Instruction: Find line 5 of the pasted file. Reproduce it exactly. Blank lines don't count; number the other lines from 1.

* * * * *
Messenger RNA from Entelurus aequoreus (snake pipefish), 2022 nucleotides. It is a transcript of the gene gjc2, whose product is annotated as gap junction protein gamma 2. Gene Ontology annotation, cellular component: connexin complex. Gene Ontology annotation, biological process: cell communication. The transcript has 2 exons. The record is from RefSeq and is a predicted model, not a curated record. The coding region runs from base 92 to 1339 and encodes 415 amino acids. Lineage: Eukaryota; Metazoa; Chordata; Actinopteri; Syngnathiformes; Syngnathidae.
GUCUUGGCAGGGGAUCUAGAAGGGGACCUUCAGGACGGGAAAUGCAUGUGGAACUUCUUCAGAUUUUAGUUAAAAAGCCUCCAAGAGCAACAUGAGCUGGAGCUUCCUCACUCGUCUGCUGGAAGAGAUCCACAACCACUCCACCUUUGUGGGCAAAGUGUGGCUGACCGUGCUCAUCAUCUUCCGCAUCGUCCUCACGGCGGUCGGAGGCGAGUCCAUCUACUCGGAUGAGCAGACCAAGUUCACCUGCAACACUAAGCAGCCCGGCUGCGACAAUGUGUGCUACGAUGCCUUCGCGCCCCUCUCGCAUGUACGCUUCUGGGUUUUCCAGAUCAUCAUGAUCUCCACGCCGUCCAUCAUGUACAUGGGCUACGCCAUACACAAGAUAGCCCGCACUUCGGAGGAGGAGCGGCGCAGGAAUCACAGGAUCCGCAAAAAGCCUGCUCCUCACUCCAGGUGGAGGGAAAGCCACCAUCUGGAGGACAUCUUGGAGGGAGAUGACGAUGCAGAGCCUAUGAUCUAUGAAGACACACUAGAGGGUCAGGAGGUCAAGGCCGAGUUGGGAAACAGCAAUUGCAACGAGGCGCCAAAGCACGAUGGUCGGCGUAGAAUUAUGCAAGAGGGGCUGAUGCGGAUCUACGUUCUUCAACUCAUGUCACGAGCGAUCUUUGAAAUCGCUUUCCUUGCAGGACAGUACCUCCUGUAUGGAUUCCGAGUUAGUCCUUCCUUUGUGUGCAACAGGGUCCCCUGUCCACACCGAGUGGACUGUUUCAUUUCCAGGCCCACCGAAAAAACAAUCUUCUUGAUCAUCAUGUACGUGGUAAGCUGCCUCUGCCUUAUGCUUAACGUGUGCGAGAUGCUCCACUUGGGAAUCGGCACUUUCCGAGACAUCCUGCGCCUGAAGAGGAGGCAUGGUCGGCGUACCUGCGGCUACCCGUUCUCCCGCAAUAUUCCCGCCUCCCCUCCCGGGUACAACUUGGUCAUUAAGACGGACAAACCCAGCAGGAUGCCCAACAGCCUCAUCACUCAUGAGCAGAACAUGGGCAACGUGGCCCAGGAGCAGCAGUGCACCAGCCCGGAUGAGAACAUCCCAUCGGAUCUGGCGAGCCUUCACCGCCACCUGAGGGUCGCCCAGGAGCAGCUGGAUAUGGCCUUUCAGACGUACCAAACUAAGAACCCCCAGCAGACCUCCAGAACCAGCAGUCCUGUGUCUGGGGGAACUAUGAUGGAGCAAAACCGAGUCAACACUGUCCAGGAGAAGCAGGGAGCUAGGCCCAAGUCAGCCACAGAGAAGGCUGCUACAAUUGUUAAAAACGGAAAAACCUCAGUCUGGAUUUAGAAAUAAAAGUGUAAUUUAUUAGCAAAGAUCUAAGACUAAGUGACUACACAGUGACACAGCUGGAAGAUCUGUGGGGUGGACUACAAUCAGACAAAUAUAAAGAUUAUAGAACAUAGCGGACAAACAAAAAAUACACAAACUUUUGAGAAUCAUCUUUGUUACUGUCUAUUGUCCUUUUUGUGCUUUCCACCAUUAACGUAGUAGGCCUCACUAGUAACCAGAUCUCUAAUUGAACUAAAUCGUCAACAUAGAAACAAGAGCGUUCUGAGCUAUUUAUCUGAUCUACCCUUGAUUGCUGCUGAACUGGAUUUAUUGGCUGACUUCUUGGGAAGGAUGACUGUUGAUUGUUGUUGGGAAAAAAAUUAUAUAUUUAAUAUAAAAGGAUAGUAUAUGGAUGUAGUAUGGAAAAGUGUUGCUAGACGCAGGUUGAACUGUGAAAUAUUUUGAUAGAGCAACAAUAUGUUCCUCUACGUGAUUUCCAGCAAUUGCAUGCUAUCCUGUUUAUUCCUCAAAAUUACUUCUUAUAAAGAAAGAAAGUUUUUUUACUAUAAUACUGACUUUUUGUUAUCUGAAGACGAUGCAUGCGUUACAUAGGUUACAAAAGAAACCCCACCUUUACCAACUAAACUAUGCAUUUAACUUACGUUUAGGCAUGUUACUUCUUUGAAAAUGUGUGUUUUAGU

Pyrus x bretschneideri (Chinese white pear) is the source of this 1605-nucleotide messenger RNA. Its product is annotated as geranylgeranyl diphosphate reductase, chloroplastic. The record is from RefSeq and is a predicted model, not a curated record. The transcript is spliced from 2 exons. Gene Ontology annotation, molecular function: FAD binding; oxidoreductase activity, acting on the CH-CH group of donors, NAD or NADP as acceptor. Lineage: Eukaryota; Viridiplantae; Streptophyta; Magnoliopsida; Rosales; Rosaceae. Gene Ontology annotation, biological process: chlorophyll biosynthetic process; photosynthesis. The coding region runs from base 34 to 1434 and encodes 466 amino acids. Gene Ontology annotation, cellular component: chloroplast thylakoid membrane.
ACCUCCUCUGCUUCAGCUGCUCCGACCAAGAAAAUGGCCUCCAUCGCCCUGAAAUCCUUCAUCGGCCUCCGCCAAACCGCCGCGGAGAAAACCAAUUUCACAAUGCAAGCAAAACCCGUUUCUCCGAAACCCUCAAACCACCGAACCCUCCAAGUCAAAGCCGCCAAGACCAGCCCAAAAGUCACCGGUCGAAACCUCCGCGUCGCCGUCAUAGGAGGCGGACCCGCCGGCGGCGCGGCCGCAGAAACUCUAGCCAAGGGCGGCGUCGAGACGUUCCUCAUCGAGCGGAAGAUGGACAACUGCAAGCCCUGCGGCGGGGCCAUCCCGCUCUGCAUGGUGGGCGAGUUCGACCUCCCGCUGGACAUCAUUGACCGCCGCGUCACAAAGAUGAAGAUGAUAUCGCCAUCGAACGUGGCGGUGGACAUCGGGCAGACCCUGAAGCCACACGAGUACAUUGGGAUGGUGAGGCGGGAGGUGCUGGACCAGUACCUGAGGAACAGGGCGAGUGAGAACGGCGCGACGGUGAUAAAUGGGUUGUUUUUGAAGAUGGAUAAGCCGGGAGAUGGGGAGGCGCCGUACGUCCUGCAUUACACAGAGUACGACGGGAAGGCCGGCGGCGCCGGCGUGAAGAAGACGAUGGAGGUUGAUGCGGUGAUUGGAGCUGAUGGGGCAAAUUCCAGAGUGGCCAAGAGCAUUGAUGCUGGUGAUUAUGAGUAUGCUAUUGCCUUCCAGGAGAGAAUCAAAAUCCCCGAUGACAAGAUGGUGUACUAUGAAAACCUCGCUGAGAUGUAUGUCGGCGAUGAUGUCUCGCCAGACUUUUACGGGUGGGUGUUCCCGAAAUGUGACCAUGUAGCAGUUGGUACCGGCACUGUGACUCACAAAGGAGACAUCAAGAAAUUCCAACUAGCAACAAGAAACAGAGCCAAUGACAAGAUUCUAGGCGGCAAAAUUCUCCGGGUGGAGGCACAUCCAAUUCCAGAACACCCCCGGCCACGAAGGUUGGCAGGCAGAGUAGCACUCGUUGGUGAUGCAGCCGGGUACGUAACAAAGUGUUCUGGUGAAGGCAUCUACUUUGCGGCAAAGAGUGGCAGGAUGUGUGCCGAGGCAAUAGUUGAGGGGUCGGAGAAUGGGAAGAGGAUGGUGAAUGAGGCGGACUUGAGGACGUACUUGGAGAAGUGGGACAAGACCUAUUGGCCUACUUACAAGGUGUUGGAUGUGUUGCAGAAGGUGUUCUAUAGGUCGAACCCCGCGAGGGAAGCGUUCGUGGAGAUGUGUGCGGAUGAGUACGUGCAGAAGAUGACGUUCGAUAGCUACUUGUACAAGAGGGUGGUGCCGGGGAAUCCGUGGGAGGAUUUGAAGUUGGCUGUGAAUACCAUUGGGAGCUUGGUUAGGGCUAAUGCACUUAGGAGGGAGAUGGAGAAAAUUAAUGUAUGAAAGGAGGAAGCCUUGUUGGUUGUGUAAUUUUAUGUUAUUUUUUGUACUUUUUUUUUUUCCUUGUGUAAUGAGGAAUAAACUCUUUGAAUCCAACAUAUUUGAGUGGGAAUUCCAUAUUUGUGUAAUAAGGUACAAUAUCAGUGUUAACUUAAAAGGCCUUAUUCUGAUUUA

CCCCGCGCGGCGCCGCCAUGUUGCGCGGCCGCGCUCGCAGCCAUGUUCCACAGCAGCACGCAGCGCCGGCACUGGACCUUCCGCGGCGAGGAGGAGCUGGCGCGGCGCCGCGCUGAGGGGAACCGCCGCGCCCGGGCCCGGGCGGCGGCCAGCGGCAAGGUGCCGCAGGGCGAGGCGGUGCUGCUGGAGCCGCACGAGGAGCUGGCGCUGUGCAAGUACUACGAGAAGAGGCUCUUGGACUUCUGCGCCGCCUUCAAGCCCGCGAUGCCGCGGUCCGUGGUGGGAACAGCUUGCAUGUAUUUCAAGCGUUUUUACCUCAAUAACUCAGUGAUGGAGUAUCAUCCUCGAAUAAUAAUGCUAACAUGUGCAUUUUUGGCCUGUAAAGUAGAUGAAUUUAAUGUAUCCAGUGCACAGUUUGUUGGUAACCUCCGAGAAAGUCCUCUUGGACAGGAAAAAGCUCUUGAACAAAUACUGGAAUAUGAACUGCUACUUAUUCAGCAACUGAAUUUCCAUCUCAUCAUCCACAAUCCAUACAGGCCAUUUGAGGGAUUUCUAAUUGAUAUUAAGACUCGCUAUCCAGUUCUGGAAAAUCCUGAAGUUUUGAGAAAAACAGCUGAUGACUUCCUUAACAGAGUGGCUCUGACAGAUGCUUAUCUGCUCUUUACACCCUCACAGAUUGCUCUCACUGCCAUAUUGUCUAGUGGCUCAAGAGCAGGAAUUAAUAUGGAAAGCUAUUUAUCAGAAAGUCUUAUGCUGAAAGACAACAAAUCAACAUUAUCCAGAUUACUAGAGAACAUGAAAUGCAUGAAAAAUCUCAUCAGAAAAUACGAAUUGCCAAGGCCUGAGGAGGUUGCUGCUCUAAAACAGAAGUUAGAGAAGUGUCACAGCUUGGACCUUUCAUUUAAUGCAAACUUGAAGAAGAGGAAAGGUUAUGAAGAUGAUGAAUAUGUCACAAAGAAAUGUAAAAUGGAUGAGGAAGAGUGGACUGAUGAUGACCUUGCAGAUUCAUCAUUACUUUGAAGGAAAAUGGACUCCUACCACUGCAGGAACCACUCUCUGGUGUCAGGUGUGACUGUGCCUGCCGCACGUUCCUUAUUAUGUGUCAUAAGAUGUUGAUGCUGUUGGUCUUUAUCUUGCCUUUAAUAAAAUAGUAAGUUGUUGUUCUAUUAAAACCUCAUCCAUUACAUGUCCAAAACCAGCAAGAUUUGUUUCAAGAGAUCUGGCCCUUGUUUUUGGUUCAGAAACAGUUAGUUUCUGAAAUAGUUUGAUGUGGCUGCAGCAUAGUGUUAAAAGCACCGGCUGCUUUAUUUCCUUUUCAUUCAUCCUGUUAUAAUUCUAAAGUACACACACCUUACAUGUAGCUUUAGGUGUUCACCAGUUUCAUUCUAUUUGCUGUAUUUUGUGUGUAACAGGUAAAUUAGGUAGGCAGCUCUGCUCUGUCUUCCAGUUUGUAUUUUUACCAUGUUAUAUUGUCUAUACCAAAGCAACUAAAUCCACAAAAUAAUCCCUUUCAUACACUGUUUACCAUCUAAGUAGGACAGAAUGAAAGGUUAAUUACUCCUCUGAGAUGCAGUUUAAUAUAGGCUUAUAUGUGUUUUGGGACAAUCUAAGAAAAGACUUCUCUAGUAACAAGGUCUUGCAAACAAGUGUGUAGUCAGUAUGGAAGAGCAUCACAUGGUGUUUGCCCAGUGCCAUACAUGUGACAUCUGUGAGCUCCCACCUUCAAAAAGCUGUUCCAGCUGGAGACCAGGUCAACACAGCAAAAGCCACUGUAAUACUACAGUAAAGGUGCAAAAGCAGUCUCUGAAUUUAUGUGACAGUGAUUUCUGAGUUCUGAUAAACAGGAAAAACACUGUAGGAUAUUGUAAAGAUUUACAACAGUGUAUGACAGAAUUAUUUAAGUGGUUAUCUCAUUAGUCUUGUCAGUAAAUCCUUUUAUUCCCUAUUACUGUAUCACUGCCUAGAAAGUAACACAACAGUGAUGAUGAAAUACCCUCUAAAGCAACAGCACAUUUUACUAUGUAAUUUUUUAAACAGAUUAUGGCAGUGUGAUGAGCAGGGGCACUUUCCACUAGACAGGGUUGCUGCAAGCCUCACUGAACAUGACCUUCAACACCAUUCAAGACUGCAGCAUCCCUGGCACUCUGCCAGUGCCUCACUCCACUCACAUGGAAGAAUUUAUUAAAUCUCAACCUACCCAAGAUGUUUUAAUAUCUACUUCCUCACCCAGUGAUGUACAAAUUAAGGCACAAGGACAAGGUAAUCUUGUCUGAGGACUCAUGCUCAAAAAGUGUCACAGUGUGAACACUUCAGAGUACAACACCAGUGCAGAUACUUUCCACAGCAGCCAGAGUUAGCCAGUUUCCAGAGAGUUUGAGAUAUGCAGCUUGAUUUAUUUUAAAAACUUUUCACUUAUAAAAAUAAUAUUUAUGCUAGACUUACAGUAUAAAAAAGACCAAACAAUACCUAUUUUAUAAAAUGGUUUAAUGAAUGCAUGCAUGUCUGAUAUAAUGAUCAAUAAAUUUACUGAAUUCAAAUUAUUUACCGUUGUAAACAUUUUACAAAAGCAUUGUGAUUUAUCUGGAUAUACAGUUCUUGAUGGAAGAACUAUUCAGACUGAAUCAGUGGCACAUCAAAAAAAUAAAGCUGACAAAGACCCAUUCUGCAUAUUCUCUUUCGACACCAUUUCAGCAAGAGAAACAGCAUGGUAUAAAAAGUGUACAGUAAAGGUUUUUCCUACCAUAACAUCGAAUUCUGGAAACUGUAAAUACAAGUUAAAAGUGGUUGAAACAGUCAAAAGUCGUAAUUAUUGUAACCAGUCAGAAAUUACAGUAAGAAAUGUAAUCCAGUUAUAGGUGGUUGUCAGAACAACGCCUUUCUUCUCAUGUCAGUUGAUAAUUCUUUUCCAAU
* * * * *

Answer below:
CCCCGCGCGGCGCCGCCAUGUUGCGCGGCCGCGCUCGCAGCCAUGUUCCACAGCAGCACGCAGCGCCGGCACUGGACCUUCCGCGGCGAGGAGGAGCUGGCGCGGCGCCGCGCUGAGGGGAACCGCCGCGCCCGGGCCCGGGCGGCGGCCAGCGGCAAGGUGCCGCAGGGCGAGGCGGUGCUGCUGGAGCCGCACGAGGAGCUGGCGCUGUGCAAGUACUACGAGAAGAGGCUCUUGGACUUCUGCGCCGCCUUCAAGCCCGCGAUGCCGCGGUCCGUGGUGGGAACAGCUUGCAUGUAUUUCAAGCGUUUUUACCUCAAUAACUCAGUGAUGGAGUAUCAUCCUCGAAUAAUAAUGCUAACAUGUGCAUUUUUGGCCUGUAAAGUAGAUGAAUUUAAUGUAUCCAGUGCACAGUUUGUUGGUAACCUCCGAGAAAGUCCUCUUGGACAGGAAAAAGCUCUUGAACAAAUACUGGAAUAUGAACUGCUACUUAUUCAGCAACUGAAUUUCCAUCUCAUCAUCCACAAUCCAUACAGGCCAUUUGAGGGAUUUCUAAUUGAUAUUAAGACUCGCUAUCCAGUUCUGGAAAAUCCUGAAGUUUUGAGAAAAACAGCUGAUGACUUCCUUAACAGAGUGGCUCUGACAGAUGCUUAUCUGCUCUUUACACCCUCACAGAUUGCUCUCACUGCCAUAUUGUCUAGUGGCUCAAGAGCAGGAAUUAAUAUGGAAAGCUAUUUAUCAGAAAGUCUUAUGCUGAAAGACAACAAAUCAACAUUAUCCAGAUUACUAGAGAACAUGAAAUGCAUGAAAAAUCUCAUCAGAAAAUACGAAUUGCCAAGGCCUGAGGAGGUUGCUGCUCUAAAACAGAAGUUAGAGAAGUGUCACAGCUUGGACCUUUCAUUUAAUGCAAACUUGAAGAAGAGGAAAGGUUAUGAAGAUGAUGAAUAUGUCACAAAGAAAUGUAAAAUGGAUGAGGAAGAGUGGACUGAUGAUGACCUUGCAGAUUCAUCAUUACUUUGAAGGAAAAUGGACUCCUACCACUGCAGGAACCACUCUCUGGUGUCAGGUGUGACUGUGCCUGCCGCACGUUCCUUAUUAUGUGUCAUAAGAUGUUGAUGCUGUUGGUCUUUAUCUUGCCUUUAAUAAAAUAGUAAGUUGUUGUUCUAUUAAAACCUCAUCCAUUACAUGUCCAAAACCAGCAAGAUUUGUUUCAAGAGAUCUGGCCCUUGUUUUUGGUUCAGAAACAGUUAGUUUCUGAAAUAGUUUGAUGUGGCUGCAGCAUAGUGUUAAAAGCACCGGCUGCUUUAUUUCCUUUUCAUUCAUCCUGUUAUAAUUCUAAAGUACACACACCUUACAUGUAGCUUUAGGUGUUCACCAGUUUCAUUCUAUUUGCUGUAUUUUGUGUGUAACAGGUAAAUUAGGUAGGCAGCUCUGCUCUGUCUUCCAGUUUGUAUUUUUACCAUGUUAUAUUGUCUAUACCAAAGCAACUAAAUCCACAAAAUAAUCCCUUUCAUACACUGUUUACCAUCUAAGUAGGACAGAAUGAAAGGUUAAUUACUCCUCUGAGAUGCAGUUUAAUAUAGGCUUAUAUGUGUUUUGGGACAAUCUAAGAAAAGACUUCUCUAGUAACAAGGUCUUGCAAACAAGUGUGUAGUCAGUAUGGAAGAGCAUCACAUGGUGUUUGCCCAGUGCCAUACAUGUGACAUCUGUGAGCUCCCACCUUCAAAAAGCUGUUCCAGCUGGAGACCAGGUCAACACAGCAAAAGCCACUGUAAUACUACAGUAAAGGUGCAAAAGCAGUCUCUGAAUUUAUGUGACAGUGAUUUCUGAGUUCUGAUAAACAGGAAAAACACUGUAGGAUAUUGUAAAGAUUUACAACAGUGUAUGACAGAAUUAUUUAAGUGGUUAUCUCAUUAGUCUUGUCAGUAAAUCCUUUUAUUCCCUAUUACUGUAUCACUGCCUAGAAAGUAACACAACAGUGAUGAUGAAAUACCCUCUAAAGCAACAGCACAUUUUACUAUGUAAUUUUUUAAACAGAUUAUGGCAGUGUGAUGAGCAGGGGCACUUUCCACUAGACAGGGUUGCUGCAAGCCUCACUGAACAUGACCUUCAACACCAUUCAAGACUGCAGCAUCCCUGGCACUCUGCCAGUGCCUCACUCCACUCACAUGGAAGAAUUUAUUAAAUCUCAACCUACCCAAGAUGUUUUAAUAUCUACUUCCUCACCCAGUGAUGUACAAAUUAAGGCACAAGGACAAGGUAAUCUUGUCUGAGGACUCAUGCUCAAAAAGUGUCACAGUGUGAACACUUCAGAGUACAACACCAGUGCAGAUACUUUCCACAGCAGCCAGAGUUAGCCAGUUUCCAGAGAGUUUGAGAUAUGCAGCUUGAUUUAUUUUAAAAACUUUUCACUUAUAAAAAUAAUAUUUAUGCUAGACUUACAGUAUAAAAAAGACCAAACAAUACCUAUUUUAUAAAAUGGUUUAAUGAAUGCAUGCAUGUCUGAUAUAAUGAUCAAUAAAUUUACUGAAUUCAAAUUAUUUACCGUUGUAAACAUUUUACAAAAGCAUUGUGAUUUAUCUGGAUAUACAGUUCUUGAUGGAAGAACUAUUCAGACUGAAUCAGUGGCACAUCAAAAAAAUAAAGCUGACAAAGACCCAUUCUGCAUAUUCUCUUUCGACACCAUUUCAGCAAGAGAAACAGCAUGGUAUAAAAAGUGUACAGUAAAGGUUUUUCCUACCAUAACAUCGAAUUCUGGAAACUGUAAAUACAAGUUAAAAGUGGUUGAAACAGUCAAAAGUCGUAAUUAUUGUAACCAGUCAGAAAUUACAGUAAGAAAUGUAAUCCAGUUAUAGGUGGUUGUCAGAACAACGCCUUUCUUCUCAUGUCAGUUGAUAAUUCUUUUCCAAU